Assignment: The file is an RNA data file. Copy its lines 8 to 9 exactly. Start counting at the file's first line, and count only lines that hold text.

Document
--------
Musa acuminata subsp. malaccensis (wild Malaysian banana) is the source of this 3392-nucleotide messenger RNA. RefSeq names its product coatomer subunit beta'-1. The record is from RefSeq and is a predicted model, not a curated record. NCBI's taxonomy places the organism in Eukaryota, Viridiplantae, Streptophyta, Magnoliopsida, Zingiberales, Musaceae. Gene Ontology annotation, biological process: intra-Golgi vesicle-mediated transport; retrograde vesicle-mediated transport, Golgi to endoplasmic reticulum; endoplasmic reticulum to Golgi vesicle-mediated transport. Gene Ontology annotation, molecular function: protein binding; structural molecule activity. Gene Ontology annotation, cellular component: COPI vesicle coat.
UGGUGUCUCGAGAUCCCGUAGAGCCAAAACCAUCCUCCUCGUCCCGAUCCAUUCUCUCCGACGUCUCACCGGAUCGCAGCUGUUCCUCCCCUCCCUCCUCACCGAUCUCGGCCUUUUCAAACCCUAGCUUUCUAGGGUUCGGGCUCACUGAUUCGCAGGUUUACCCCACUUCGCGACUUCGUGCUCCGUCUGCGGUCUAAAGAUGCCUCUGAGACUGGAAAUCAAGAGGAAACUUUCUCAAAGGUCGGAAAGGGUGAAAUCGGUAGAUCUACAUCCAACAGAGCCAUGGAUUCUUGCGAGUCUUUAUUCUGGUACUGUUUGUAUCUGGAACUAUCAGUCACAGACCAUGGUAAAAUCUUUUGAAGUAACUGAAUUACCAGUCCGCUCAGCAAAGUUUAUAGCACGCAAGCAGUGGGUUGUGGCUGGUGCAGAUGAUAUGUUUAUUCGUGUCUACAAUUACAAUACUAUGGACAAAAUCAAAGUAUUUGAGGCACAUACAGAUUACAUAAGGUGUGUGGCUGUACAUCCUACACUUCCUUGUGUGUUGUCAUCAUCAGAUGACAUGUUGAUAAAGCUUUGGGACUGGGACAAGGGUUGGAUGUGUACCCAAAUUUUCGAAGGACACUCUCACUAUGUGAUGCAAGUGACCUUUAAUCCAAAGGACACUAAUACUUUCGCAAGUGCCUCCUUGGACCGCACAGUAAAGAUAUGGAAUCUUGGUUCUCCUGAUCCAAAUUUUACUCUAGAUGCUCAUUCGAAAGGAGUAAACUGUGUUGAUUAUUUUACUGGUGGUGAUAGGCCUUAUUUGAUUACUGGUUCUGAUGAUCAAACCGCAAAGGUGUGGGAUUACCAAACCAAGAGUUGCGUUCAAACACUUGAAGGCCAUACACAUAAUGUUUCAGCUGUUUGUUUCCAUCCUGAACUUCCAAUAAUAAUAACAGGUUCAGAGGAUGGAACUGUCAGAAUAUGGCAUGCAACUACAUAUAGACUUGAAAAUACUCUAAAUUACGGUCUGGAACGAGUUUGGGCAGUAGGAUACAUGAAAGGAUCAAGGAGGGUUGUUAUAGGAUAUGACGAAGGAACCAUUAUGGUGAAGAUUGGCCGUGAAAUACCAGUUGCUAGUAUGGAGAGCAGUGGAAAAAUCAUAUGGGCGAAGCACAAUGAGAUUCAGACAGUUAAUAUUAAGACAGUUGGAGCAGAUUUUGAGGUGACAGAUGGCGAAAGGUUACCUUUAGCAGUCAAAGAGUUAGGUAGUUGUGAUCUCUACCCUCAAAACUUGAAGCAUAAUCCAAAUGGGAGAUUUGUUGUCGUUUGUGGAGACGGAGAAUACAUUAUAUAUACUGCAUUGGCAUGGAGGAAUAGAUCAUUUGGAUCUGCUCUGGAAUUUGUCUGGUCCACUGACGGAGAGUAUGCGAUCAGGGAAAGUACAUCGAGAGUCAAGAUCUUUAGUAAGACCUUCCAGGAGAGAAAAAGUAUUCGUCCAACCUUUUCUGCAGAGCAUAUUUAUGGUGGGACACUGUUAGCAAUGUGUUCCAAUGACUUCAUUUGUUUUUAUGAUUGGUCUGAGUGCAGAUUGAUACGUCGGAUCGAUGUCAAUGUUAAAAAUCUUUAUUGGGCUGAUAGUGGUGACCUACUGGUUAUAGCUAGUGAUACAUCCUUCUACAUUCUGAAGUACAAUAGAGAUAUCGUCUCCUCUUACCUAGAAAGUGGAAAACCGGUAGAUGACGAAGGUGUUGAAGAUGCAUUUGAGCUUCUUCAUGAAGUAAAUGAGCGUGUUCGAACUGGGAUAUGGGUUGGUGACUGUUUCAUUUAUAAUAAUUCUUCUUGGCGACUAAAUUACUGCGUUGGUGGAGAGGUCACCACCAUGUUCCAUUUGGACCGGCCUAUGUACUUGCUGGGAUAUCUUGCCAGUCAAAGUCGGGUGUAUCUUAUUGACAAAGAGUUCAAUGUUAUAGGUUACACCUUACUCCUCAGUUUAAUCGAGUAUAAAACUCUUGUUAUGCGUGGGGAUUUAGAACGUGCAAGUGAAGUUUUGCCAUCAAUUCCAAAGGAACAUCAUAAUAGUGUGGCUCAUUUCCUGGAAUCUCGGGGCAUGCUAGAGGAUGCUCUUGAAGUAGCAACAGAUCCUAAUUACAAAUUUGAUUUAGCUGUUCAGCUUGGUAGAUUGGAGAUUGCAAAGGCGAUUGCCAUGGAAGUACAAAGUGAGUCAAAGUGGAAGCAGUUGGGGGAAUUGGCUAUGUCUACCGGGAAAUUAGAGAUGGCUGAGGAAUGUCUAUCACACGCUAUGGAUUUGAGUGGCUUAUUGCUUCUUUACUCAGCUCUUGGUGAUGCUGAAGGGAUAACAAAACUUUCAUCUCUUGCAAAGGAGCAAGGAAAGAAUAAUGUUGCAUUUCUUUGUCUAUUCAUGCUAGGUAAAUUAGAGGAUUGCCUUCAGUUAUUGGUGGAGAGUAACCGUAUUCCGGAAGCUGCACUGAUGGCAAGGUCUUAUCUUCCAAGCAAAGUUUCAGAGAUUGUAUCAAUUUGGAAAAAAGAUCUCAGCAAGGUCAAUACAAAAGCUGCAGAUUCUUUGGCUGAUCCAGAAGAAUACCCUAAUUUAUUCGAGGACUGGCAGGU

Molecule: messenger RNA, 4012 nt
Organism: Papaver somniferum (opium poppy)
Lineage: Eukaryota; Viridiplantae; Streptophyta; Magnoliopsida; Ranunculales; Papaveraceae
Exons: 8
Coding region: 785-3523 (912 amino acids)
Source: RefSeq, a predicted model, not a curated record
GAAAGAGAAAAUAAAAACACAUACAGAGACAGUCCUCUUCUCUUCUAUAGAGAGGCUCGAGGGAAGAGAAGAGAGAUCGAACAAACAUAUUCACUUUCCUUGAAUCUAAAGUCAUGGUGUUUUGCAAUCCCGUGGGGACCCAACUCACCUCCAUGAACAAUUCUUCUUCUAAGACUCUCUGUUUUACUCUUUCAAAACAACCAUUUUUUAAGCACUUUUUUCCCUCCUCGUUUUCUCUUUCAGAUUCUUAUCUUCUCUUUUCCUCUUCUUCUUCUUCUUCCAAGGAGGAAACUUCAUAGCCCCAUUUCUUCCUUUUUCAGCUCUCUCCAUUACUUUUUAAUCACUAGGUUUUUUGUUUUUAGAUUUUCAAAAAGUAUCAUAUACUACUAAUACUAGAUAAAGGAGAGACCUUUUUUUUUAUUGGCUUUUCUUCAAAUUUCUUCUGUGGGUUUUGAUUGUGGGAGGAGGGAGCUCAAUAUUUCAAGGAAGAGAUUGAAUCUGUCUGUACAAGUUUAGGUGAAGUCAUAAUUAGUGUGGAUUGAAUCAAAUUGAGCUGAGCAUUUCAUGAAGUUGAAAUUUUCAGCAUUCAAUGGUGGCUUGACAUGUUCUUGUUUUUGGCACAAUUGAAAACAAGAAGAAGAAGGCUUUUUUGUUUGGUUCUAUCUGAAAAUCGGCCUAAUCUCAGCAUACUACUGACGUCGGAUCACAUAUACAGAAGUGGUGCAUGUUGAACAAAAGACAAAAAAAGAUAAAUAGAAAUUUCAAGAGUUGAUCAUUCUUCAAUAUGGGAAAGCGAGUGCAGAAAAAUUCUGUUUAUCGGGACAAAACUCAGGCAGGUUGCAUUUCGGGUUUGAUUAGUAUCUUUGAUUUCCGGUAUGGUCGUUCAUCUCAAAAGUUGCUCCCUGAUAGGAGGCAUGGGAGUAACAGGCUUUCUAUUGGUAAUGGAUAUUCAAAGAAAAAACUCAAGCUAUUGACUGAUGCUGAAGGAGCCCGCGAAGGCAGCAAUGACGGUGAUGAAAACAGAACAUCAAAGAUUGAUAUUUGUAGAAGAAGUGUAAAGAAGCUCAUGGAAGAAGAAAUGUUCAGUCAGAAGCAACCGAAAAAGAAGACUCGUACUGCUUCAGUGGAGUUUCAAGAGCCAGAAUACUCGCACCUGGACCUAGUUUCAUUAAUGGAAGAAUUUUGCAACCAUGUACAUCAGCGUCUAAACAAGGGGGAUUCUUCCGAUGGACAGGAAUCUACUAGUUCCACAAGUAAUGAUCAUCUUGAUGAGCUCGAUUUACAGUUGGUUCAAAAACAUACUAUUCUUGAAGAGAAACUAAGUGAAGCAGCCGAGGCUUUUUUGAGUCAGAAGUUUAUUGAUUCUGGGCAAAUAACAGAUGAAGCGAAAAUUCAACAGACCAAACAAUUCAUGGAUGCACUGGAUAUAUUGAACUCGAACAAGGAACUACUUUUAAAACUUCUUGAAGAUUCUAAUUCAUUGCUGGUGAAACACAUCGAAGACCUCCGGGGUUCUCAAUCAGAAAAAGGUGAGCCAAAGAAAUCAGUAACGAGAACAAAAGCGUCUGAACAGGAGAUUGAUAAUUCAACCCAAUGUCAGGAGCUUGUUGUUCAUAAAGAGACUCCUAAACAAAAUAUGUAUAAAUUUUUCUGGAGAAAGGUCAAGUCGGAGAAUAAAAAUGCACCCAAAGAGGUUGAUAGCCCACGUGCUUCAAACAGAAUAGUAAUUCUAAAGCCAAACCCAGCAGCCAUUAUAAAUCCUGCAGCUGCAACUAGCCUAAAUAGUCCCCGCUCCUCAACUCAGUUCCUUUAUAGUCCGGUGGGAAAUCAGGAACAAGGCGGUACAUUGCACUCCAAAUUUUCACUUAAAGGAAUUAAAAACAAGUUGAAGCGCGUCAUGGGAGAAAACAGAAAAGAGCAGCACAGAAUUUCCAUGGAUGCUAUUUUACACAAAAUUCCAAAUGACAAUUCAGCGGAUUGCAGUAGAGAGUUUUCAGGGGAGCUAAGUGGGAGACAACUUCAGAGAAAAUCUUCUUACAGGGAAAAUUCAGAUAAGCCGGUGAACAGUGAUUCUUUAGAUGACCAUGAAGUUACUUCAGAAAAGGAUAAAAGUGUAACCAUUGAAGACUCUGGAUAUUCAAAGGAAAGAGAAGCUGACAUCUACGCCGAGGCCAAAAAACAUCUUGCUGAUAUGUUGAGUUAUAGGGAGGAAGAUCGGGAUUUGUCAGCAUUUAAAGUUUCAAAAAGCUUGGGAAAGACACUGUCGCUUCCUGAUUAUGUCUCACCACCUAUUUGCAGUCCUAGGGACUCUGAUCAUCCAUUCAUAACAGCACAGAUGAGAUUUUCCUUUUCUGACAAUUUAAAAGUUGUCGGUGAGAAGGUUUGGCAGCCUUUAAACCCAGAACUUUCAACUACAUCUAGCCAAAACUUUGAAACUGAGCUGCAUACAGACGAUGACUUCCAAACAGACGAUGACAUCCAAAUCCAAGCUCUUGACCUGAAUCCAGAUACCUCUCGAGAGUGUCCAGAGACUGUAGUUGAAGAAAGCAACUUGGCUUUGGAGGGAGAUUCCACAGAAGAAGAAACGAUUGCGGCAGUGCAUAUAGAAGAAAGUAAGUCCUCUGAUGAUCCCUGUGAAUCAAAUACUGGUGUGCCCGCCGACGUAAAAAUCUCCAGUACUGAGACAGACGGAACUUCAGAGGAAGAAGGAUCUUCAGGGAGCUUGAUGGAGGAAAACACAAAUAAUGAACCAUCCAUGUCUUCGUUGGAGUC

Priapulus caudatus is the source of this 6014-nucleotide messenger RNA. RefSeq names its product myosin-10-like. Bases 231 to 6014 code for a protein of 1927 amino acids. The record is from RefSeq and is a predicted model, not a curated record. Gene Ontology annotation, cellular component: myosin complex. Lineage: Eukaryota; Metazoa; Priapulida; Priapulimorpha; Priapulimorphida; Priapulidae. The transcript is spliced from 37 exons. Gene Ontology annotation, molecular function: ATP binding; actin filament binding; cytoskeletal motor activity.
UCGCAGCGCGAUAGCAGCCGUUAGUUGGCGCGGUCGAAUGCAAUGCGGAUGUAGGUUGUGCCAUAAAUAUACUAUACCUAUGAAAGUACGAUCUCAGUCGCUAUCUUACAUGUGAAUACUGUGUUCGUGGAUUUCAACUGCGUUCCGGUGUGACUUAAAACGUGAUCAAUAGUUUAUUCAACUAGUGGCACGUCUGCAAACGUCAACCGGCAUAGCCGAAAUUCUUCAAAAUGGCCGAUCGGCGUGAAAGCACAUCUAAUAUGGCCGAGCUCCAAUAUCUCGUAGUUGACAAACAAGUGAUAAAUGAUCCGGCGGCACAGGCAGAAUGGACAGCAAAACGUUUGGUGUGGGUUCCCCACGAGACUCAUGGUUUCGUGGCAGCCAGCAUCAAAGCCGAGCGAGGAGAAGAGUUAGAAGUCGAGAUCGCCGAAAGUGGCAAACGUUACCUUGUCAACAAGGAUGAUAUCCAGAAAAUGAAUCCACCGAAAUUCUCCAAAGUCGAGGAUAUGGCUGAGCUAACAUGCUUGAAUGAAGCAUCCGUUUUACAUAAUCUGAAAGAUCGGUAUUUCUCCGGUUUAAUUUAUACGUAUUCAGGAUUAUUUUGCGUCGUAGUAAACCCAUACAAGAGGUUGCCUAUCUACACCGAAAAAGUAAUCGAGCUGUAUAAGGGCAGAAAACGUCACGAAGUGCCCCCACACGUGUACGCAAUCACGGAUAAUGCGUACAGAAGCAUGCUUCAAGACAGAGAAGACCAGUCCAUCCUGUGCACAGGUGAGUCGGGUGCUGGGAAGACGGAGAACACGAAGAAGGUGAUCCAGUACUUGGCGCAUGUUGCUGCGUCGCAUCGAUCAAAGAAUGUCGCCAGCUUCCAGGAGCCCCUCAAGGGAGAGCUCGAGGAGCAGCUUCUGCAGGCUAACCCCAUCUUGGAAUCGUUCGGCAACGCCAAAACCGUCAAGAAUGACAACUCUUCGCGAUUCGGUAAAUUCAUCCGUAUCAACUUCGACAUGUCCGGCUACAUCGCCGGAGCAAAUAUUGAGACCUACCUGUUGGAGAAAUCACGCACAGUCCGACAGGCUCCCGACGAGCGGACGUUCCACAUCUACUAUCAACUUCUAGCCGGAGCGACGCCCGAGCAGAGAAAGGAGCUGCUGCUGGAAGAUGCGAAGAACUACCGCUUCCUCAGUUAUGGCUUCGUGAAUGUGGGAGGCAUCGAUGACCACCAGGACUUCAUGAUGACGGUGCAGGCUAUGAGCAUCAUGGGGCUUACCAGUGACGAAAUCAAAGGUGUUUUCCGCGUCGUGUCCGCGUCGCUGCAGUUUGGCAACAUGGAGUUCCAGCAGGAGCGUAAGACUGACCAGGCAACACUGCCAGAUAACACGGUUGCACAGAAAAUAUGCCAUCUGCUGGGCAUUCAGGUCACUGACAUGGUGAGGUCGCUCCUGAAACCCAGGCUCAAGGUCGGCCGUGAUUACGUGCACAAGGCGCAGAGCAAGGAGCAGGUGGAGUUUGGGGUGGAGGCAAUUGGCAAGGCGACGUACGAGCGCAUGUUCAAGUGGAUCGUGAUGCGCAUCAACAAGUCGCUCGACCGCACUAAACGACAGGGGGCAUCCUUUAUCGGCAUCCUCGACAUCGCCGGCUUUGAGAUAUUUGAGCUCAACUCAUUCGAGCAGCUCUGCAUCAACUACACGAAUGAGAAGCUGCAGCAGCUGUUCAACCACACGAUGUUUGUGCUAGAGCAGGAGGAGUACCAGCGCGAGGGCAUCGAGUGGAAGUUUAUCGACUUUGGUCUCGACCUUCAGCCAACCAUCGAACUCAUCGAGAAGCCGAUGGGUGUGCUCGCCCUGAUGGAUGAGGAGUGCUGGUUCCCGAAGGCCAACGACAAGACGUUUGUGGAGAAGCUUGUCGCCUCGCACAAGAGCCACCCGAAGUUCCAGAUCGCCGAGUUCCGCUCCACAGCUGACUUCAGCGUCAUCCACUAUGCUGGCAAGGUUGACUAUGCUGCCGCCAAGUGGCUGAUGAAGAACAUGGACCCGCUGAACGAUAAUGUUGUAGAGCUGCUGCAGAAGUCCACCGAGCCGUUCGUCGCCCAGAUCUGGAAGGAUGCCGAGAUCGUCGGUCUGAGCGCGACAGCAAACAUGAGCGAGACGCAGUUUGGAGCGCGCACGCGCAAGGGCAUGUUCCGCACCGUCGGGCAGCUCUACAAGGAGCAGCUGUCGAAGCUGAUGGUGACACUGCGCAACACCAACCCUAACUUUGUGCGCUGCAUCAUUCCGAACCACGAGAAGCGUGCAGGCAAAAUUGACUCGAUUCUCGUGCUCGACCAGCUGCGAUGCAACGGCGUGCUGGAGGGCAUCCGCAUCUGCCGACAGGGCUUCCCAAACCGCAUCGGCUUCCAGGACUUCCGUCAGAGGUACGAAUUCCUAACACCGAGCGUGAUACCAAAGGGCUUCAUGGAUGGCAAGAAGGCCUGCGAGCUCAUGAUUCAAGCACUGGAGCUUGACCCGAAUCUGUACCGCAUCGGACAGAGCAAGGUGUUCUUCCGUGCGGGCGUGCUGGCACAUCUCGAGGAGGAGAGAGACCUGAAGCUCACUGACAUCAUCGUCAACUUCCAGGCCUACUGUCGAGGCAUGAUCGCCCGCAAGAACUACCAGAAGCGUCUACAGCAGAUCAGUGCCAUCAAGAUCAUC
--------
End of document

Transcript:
Source: RefSeq, a predicted model, not a curated record
GAAAGAGAAAAUAAAAACACAUACAGAGACAGUCCUCUUCUCUUCUAUAGAGAGGCUCGAGGGAAGAGAAGAGAGAUCGAACAAACAUAUUCACUUUCCUUGAAUCUAAAGUCAUGGUGUUUUGCAAUCCCGUGGGGACCCAACUCACCUCCAUGAACAAUUCUUCUUCUAAGACUCUCUGUUUUACUCUUUCAAAACAACCAUUUUUUAAGCACUUUUUUCCCUCCUCGUUUUCUCUUUCAGAUUCUUAUCUUCUCUUUUCCUCUUCUUCUUCUUCUUCCAAGGAGGAAACUUCAUAGCCCCAUUUCUUCCUUUUUCAGCUCUCUCCAUUACUUUUUAAUCACUAGGUUUUUUGUUUUUAGAUUUUCAAAAAGUAUCAUAUACUACUAAUACUAGAUAAAGGAGAGACCUUUUUUUUUAUUGGCUUUUCUUCAAAUUUCUUCUGUGGGUUUUGAUUGUGGGAGGAGGGAGCUCAAUAUUUCAAGGAAGAGAUUGAAUCUGUCUGUACAAGUUUAGGUGAAGUCAUAAUUAGUGUGGAUUGAAUCAAAUUGAGCUGAGCAUUUCAUGAAGUUGAAAUUUUCAGCAUUCAAUGGUGGCUUGACAUGUUCUUGUUUUUGGCACAAUUGAAAACAAGAAGAAGAAGGCUUUUUUGUUUGGUUCUAUCUGAAAAUCGGCCUAAUCUCAGCAUACUACUGACGUCGGAUCACAUAUACAGAAGUGGUGCAUGUUGAACAAAAGACAAAAAAAGAUAAAUAGAAAUUUCAAGAGUUGAUCAUUCUUCAAUAUGGGAAAGCGAGUGCAGAAAAAUUCUGUUUAUCGGGACAAAACUCAGGCAGGUUGCAUUUCGGGUUUGAUUAGUAUCUUUGAUUUCCGGUAUGGUCGUUCAUCUCAAAAGUUGCUCCCUGAUAGGAGGCAUGGGAGUAACAGGCUUUCUAUUGGUAAUGGAUAUUCAAAGAAAAAACUCAAGCUAUUGACUGAUGCUGAAGGAGCCCGCGAAGGCAGCAAUGACGGUGAUGAAAACAGAACAUCAAAGAUUGAUAUUUGUAGAAGAAGUGUAAAGAAGCUCAUGGAAGAAGAAAUGUUCAGUCAGAAGCAACCGAAAAAGAAGACUCGUACUGCUUCAGUGGAGUUUCAAGAGCCAGAAUACUCGCACCUGGACCUAGUUUCAUUAAUGGAAGAAUUUUGCAACCAUGUACAUCAGCGUCUAAACAAGGGGGAUUCUUCCGAUGGACAGGAAUCUACUAGUUCCACAAGUAAUGAUCAUCUUGAUGAGCUCGAUUUACAGUUGGUUCAAAAACAUACUAUUCUUGAAGAGAAACUAAGUGAAGCAGCCGAGGCUUUUUUGAGUCAGAAGUUUAUUGAUUCUGGGCAAAUAACAGAUGAAGCGAAAAUUCAACAGACCAAACAAUUCAUGGAUGCACUGGAUAUAUUGAACUCGAACAAGGAACUACUUUUAAAACUUCUUGAAGAUUCUAAUUCAUUGCUGGUGAAACACAUCGAAGACCUCCGGGGUUCUCAAUCAGAAAAAGGUGAGCCAAAGAAAUCAGUAACGAGAACAAAAGCGUCUGAACAGGAGAUUGAUAAUUCAACCCAAUGUCAGGAGCUUGUUGUUCAUAAAGAGACUCCUAAACAAAAUAUGUAUAAAUUUUUCUGGAGAAAGGUCAAGUCGGAGAAUAAAAAUGCACCCAAAGAGGUUGAUAGCCCACGUGCUUCAAACAGAAUAGUAAUUCUAAAGCCAAACCCAGCAGCCAUUAUAAAUCCUGCAGCUGCAACUAGCCUAAAUAGUCCCCGCUCCUCAACUCAGUUCCUUUAUAGUCCGGUGGGAAAUCAGGAACAAGGCGGUACAUUGCACUCCAAAUUUUCACUUAAAGGAAUUAAAAACAAGUUGAAGCGCGUCAUGGGAGAAAACAGAAAAGAGCAGCACAGAAUUUCCAUGGAUGCUAUUUUACACAAAAUUCCAAAUGACAAUUCAGCGGAUUGCAGUAGAGAGUUUUCAGGGGAGCUAAGUGGGAGACAACUUCAGAGAAAAUCUUCUUACAGGGAAAAUUCAGAUAAGCCGGUGAACAGUGAUUCUUUAGAUGACCAUGAAGUUACUUCAGAAAAGGAUAAAAGUGUAACCAUUGAAGACUCUGGAUAUUCAAAGGAAAGAGAAGCUGACAUCUACGCCGAGGCCAAAAAACAUCUUGCUGAUAUGUUGAGUUAUAGGGAGGAAGAUCGGGAUUUGUCAGCAUUUAAAGUUUCAAAAAGCUUGGGAAAGACACUGUCGCUUCCUGAUUAUGUCUCACCACCUAUUUGCAGUCCUAGGGACUCUGAUCAUCCAUUCAUAACAGCACAGAUGAGAUUUUCCUUUUCUGACAAUUUAAAAGUUGUCGGUGAGAAGGUUUGGCAGCCUUUAAACCCAGAACUUUCAACUACAUCUAGCCAAAACUUUGAAACUGAGCUGCAUACAGACGAUGACUUCCAAACAGACGAUGACAUCCAAAUCCAAGCUCUUGACCUGAAUCCAGAUACCUCUCGAGAGUGUCCAGAGACUGUAGUUGAAGAAAGCAACUUGGCUUUGGAGGGAGAUUCCACAGAAGAAGAAACGAUUGCGGCAGUGCAUAUAGAAGAAAGUAAGUCCUCUGAUGAUCCCUGUGAAUCAAAUACUGGUGUGCCCGCCGACGUAAAAAUCUCCAGUACUGAGACAGACGGAACUUCAGAGGAAGAAGGAUCUUCAGGGAGCUUGAUGGAGGAAAACACAAAUAAUGAACCAUCCAUGUCUUCGUUGGAGUC